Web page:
Levin on Cost-Effective Analysis in Education
By TC Today Volume 26 No. 1
The educational sector of the U.S. is second in size only to the health care sector in terms of its use of national resources, said Henry M. Levin, William Heard Kilpatrick Professor of Economics and Education and Director of the National Center for the Study of Privatization in Education (NCSPE). It is considerably larger than the military sector. Since so much money is dedicated to education, cost-effectiveness evaluation is a big concern.
The Second Edition of Cost-Effective Analysis: Methods and Applications (Sage Publications, Inc.), a book by Levin and Patrick J. McEwan of University of Illinois at Urbana-Champaign, helps researchers and evaluators to discover if a particular program or policy has attained maximum effectiveness for a given budget.
"Cost-effective analysis is a method of comparing alternatives for their relative costs and results. Also it's a way of establishing guidelines on how alternative ideas can affect costs," said Levin. "It differs from cost-benefit analysis, which measures the dollar amounts of how different ways of using resources impacts cost."
Some of the areas covered by the book are the nature of costs, including how to identify, measure and distribute costs; measuring effectiveness, utility, and benefits; and lastly the challenges to incorporating evaluations in the decision-making process.
In many areas of education, it is difficult to measure the values of improvements in market terms or benefits, explained Levin in his lecture titled, "Waiting for Godot: Cost-Effectiveness Analysis in Education." However, he said, "it is possible to measure academic achievements and other measures of school quality. Cost-effective analysis enables measures of learning as well as other appropriate indicators to be used to assess educational outcomes relative to costs."
Levin stresses that cost-effective analysis "should be viewed as helpful in guiding decisions, but not in determining the decisions." There are many other factors that need to be considered in making these decisions.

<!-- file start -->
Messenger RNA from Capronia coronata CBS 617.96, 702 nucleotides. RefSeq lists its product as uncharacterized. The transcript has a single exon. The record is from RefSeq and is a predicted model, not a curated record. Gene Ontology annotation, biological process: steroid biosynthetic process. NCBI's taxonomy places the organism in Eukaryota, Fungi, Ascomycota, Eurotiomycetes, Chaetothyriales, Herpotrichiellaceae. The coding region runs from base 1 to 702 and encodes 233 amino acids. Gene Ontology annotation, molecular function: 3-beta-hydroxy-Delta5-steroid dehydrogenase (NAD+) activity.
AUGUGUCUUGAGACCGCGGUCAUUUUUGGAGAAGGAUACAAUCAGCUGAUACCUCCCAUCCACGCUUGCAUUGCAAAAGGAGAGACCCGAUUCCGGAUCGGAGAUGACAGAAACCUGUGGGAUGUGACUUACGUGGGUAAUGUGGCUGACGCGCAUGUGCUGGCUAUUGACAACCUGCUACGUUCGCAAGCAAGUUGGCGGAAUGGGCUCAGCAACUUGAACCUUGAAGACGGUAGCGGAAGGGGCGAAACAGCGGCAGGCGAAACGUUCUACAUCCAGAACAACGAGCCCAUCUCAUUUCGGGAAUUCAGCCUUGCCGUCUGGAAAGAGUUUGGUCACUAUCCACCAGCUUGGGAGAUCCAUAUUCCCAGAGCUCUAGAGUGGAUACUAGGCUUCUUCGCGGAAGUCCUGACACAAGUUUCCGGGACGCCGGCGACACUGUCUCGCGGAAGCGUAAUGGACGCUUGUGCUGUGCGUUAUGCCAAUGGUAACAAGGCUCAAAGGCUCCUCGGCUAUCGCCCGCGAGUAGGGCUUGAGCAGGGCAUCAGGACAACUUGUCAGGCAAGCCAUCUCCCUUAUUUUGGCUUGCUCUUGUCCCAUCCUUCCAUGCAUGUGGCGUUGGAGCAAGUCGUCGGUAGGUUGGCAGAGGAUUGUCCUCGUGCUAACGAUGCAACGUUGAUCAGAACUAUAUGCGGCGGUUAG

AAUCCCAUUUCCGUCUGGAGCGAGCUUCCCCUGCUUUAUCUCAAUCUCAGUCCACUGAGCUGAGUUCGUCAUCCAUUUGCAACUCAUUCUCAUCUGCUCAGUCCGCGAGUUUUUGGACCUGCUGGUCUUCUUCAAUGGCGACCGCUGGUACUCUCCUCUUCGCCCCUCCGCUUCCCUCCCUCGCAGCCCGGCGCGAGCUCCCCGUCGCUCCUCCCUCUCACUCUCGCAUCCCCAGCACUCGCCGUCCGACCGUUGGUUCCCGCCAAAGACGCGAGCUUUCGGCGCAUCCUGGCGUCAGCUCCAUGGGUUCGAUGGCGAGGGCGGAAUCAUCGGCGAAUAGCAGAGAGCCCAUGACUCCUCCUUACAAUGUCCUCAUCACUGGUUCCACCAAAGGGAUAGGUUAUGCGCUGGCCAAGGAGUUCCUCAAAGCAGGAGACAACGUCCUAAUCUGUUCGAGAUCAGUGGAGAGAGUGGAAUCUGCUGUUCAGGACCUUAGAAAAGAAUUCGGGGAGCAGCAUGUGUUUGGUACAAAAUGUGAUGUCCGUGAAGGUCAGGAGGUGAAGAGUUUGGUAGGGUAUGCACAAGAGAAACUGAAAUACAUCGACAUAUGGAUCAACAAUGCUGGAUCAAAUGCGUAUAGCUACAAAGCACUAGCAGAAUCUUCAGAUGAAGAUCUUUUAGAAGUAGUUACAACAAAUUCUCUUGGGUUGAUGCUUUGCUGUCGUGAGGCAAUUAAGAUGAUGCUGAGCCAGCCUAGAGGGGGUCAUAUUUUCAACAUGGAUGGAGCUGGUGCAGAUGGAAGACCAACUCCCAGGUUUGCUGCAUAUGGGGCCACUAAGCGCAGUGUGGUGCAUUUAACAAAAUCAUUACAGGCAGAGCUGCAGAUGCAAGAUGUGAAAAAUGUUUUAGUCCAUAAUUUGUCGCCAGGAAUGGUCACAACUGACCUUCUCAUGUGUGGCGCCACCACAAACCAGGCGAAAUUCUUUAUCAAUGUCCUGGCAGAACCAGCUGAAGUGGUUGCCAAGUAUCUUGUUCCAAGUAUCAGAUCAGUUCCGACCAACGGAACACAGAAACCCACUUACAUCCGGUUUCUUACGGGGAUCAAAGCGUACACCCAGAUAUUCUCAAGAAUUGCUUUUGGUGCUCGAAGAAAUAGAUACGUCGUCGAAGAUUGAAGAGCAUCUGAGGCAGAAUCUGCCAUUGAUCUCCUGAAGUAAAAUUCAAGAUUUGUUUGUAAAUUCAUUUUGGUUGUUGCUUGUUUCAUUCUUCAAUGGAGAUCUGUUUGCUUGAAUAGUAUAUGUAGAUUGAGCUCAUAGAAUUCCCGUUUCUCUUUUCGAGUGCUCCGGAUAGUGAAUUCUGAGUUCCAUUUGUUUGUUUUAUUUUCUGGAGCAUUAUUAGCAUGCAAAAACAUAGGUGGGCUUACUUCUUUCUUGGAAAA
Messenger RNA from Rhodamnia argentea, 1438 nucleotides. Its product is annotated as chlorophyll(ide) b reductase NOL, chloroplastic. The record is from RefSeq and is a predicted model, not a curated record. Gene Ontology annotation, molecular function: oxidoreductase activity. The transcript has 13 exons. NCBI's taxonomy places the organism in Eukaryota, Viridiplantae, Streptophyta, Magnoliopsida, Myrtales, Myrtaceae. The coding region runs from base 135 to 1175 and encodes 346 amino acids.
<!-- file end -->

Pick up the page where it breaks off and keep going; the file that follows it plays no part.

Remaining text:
There are three basic steps to designing and implementing a cost analysis. First, the resources or ingredients must be identified for each alternative. Once the ingredients are defined, monetary value can be determined for each. Finally, those figures can be calculated to estimate the total cost of each alternative.
This type of analysis emerged in the 1960s as an important method for choosing among costly weapons, said Levin. Eventually, it made its way from the Pentagon to other government agencies when Lyndon Johnson required that budgetary requests had to tie mission and goals to costs. Later, these techniques were refined and they became more user-friendly.
Levin said that education has not benefited from this method as has the area of healthcare. There seems to be little research or literature on studies of cost-effective analysis in education.
In order to open up the world of cost-effective analysis to a wider audience, Levin and McEwan illustrate its use with examples. At the end of each chapter they recommend readings and provide a comprehensive bibliography of sources at the end of the book.
The authors wanted the book to give "a technically correct presentation and accessibility to someone without rigorous training."previous page